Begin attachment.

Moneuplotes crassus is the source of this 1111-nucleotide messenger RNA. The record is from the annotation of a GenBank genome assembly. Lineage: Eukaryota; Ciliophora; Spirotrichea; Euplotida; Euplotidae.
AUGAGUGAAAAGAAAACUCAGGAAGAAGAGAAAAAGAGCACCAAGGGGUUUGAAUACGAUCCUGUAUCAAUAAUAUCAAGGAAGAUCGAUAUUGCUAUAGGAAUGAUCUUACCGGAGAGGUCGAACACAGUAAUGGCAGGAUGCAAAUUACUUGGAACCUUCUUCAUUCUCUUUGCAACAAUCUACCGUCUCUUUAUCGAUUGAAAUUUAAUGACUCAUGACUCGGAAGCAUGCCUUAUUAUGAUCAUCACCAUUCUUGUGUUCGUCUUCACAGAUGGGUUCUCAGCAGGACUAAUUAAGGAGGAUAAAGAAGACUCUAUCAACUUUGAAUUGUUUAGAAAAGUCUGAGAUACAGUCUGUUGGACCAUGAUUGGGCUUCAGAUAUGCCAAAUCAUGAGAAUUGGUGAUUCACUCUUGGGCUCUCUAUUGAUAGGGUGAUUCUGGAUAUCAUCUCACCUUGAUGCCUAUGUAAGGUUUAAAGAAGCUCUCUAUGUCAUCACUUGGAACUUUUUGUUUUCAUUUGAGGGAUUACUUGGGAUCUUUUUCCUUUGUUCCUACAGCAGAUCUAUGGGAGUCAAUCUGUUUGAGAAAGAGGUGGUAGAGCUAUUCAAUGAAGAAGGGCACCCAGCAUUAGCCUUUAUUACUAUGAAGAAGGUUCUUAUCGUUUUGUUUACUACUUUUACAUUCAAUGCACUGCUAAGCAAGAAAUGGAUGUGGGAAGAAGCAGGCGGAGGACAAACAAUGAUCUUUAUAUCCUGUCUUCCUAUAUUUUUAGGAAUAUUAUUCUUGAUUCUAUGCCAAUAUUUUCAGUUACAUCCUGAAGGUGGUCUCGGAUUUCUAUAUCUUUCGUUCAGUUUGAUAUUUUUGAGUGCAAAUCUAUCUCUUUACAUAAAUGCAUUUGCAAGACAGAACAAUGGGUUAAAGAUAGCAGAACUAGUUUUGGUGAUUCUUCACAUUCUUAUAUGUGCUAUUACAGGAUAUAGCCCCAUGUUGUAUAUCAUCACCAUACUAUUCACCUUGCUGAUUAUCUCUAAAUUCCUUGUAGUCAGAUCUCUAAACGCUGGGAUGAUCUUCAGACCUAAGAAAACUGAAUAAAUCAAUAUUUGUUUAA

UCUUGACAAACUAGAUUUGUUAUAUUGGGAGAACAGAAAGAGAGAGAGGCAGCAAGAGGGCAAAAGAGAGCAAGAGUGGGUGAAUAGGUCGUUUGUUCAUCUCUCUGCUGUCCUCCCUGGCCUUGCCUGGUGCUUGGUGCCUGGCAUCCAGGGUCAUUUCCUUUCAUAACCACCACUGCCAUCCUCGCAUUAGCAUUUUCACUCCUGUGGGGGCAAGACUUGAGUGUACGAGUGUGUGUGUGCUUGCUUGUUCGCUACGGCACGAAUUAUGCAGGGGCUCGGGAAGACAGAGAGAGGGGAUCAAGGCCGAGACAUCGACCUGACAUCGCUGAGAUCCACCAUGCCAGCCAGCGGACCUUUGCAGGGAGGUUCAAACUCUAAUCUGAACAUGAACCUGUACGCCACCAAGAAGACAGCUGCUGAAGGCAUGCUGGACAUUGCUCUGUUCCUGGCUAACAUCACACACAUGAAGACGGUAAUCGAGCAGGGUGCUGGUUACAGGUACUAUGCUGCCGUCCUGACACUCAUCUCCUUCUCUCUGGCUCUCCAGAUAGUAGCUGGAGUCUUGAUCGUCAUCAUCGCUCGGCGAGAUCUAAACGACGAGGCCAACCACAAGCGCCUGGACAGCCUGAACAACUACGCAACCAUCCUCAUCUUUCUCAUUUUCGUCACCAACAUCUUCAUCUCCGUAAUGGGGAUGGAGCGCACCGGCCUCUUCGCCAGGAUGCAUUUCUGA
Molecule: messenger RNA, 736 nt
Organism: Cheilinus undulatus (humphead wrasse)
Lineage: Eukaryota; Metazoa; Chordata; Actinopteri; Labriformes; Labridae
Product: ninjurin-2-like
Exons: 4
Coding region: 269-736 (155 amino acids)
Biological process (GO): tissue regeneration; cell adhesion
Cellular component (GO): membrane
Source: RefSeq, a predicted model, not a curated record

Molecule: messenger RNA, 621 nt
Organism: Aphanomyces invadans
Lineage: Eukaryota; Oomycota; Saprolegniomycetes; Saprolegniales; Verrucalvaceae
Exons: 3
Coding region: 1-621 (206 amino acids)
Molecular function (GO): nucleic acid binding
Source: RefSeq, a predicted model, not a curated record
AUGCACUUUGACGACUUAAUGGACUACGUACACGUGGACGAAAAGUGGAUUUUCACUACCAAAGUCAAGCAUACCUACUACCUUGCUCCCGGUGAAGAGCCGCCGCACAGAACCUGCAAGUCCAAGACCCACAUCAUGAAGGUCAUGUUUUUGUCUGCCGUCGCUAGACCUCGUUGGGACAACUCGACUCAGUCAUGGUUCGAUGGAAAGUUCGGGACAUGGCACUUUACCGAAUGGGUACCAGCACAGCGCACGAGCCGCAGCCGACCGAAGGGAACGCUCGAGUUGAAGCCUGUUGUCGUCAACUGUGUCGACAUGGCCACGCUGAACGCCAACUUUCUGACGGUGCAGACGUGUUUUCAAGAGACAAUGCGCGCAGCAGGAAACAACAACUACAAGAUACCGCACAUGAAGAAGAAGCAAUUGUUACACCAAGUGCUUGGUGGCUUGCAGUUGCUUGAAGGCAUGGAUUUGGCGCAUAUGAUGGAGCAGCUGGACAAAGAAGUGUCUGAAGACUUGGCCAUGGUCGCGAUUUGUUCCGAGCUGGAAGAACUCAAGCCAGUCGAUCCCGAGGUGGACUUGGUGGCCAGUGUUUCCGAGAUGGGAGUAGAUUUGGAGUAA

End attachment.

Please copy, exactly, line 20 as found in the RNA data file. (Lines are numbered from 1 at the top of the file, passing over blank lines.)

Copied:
AUGCACUUUGACGACUUAAUGGACUACGUACACGUGGACGAAAAGUGGAUUUUCACUACCAAAGUCAAGCAUACCUACUACCUUGCUCCCGGUGAAGAGCCGCCGCACAGAACCUGCAAGUCCAAGACCCACAUCAUGAAGGUCAUGUUUUUGUCUGCCGUCGCUAGACCUCGUUGGGACAACUCGACUCAGUCAUGGUUCGAUGGAAAGUUCGGGACAUGGCACUUUACCGAAUGGGUACCAGCACAGCGCACGAGCCGCAGCCGACCGAAGGGAACGCUCGAGUUGAAGCCUGUUGUCGUCAACUGUGUCGACAUGGCCACGCUGAACGCCAACUUUCUGACGGUGCAGACGUGUUUUCAAGAGACAAUGCGCGCAGCAGGAAACAACAACUACAAGAUACCGCACAUGAAGAAGAAGCAAUUGUUACACCAAGUGCUUGGUGGCUUGCAGUUGCUUGAAGGCAUGGAUUUGGCGCAUAUGAUGGAGCAGCUGGACAAAGAAGUGUCUGAAGACUUGGCCAUGGUCGCGAUUUGUUCCGAGCUGGAAGAACUCAAGCCAGUCGAUCCCGAGGUGGACUUGGUGGCCAGUGUUUCCGAGAUGGGAGUAGAUUUGGAGUAA